Mr. Duncan and the Cats

This is a story told to me by my friend Peter Dolan. It isn’t a story about Africa, but I was telling it to someone as we inched through traffic, northbound in our chauffeured company car to the University of Ghana’s Legon campus. A good part of the traffic was simply due to rush hour, but there was a bottleneck where two tro-tros – shared-minibus-transports – had merged into the same lane at the same time.

Actual damage to the vehicles was minor, but there they sat, blocking two (okay, one and a half) lanes while their owners circled each other angrily in the lee of the congestion, exchanging words and trying, unsuccessfully, to land a punch. As we watched, squeezing through the gap before finally streaming into the free-flowing venturi of cars beyond them, I was reminded of what Peter had told me about Mr. Duncan.

Peter and his wife own a lovely house on a wooded plot up in the hills. They have chickens, cats, and a rabbit named Mr. Duncan. No, sorry – only the rabbit is named Mr. Duncan; I don’t know what the cats are named, and I’m pretty sure the chickens are bereft of personal nomenclature.

Anyhow. They’d had the cats for a while, and by Peter’s reckoning, they could be fairly ornery creatures when they wanted to be, which was often. But they didn’t actually fight much. You see, cats have claws, and when they fight for real, they can do terrific damage to each other in a startlingly short time. So instead of constantly risking injury, cats have evolved an elaborate protocol for determining who would have won a fight. They face each other and pose and posture, making snarly sounds in an attempt to get their opponent to do the cat equivalent of flinching, at which point the flinchee is considered to have forfeited the match.

Rabbits, on the other hand, are about as far on the “prey” side of the predator-prey equation as you can get while still possessing a central nervous system. I get the idea that if one rabbit were inclined to hold a grudge against another, the aggression would take the form of sneaking their victim’s rabbit chow when the other wasn’t looking. The rabbit algorithm for adversary evaluation, as Peter described it, goes roughly like this: 1) Run!  2) If you can’t run, stay where you are. 3) If, after some duration of staying where you are, you haven’t been eaten, the creature in question must not be a threat. Go about your business.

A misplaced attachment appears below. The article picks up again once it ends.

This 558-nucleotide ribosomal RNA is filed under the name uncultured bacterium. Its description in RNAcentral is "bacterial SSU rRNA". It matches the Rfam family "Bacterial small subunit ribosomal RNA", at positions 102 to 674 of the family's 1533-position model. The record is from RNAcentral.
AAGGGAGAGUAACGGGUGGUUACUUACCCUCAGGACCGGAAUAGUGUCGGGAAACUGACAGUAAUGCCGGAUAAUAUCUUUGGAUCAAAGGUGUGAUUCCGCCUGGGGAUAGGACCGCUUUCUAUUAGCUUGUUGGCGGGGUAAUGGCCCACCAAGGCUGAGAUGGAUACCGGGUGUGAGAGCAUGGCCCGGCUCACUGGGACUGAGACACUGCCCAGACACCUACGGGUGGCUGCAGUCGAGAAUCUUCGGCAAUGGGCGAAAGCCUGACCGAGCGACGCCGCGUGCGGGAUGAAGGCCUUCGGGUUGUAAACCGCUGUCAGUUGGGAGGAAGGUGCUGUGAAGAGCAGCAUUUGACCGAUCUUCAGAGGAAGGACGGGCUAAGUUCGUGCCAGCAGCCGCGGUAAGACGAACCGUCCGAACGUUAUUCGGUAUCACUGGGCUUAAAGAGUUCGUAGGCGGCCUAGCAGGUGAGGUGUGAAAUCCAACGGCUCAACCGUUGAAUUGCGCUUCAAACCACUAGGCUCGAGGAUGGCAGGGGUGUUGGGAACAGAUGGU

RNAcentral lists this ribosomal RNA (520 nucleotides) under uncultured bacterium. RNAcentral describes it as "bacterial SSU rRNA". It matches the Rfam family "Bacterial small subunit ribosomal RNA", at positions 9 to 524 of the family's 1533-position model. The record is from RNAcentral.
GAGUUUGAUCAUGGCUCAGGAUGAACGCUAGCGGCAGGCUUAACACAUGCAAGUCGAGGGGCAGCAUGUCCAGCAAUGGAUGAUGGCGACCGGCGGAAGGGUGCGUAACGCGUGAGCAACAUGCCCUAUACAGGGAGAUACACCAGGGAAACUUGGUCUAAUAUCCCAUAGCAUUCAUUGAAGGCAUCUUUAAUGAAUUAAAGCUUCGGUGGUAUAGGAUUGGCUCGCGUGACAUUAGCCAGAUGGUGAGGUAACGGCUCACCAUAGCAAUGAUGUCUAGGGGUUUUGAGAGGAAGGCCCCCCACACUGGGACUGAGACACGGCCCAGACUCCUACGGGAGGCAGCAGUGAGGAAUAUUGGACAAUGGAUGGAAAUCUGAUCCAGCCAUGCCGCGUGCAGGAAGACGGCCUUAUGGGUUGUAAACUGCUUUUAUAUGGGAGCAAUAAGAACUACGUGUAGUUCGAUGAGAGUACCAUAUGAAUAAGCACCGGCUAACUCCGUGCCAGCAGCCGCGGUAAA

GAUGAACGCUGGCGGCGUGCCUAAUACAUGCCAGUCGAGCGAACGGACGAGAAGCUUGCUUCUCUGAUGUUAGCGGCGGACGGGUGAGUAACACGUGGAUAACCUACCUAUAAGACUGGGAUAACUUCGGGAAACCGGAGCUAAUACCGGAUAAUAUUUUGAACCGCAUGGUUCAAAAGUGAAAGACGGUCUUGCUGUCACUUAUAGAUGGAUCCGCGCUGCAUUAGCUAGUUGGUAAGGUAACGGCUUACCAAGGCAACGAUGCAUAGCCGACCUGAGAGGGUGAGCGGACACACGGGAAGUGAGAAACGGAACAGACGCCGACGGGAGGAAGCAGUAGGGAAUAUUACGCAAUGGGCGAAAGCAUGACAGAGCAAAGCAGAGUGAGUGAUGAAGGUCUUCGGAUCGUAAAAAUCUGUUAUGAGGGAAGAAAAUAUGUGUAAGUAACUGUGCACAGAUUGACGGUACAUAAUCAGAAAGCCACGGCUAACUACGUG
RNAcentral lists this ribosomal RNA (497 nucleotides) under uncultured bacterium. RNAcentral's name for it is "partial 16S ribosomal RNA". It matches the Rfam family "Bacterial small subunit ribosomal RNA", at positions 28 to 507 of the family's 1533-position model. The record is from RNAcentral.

Mr. Duncan was already a large’ish rabbit when Peter and Andrea bought him, and they debated how to best introduce him to the Dolan household. Given the sometimes ornery nature of the cats, they set Mr. Duncan a safe distance away in one corner (recall the bit about “If you can’t run…”?) and let the cats in to have a sniff.

The cats, as Peter tells it, saw the newcomer and went into their feline posturing and furry little chest-beating routine, attempting to get a proper cat-like flinch out of Mr. Duncan. But that wasn’t part of Mr. Duncan’s genetic program. He watched from the corner, probably counting “One carrot, two carrot, three carrot…”, waiting to get eaten by the fanged and hissing demons.

But when he reached something like “Ten carrot” and discovered that he had not been eaten, something went click. “If they haven’t eaten me yet, they must not be predators. Maybe they’re friends!” And he went bounding toward the unsuspecting cats in enthusiastic rabbit-worthy leaps.

The cats, of course, scattered. Here they were, each trying to top the other for feline macho, and this weird new long-eared cat comes at them like he doesn’t give a damn. He was clearly the craziest, most badass cat ever born, and you don’t mess with crazy.

From that day to this, Mr. Duncan roams the Dolan household with impunity he could never suspect. The cats give him a wide berth, and if he wonders why they don’t play with him, he doesn’t seem to put too much time into it.

Is there a moral here? Undoubtedly. But I’m not going to dig too far for it. So often, stories are constructed specifically to illustrate a moral that the storyteller wanted to hammer into their listeners. A story like this? I think it’s a good enough one that we can each find our own little nugget of gold in it.

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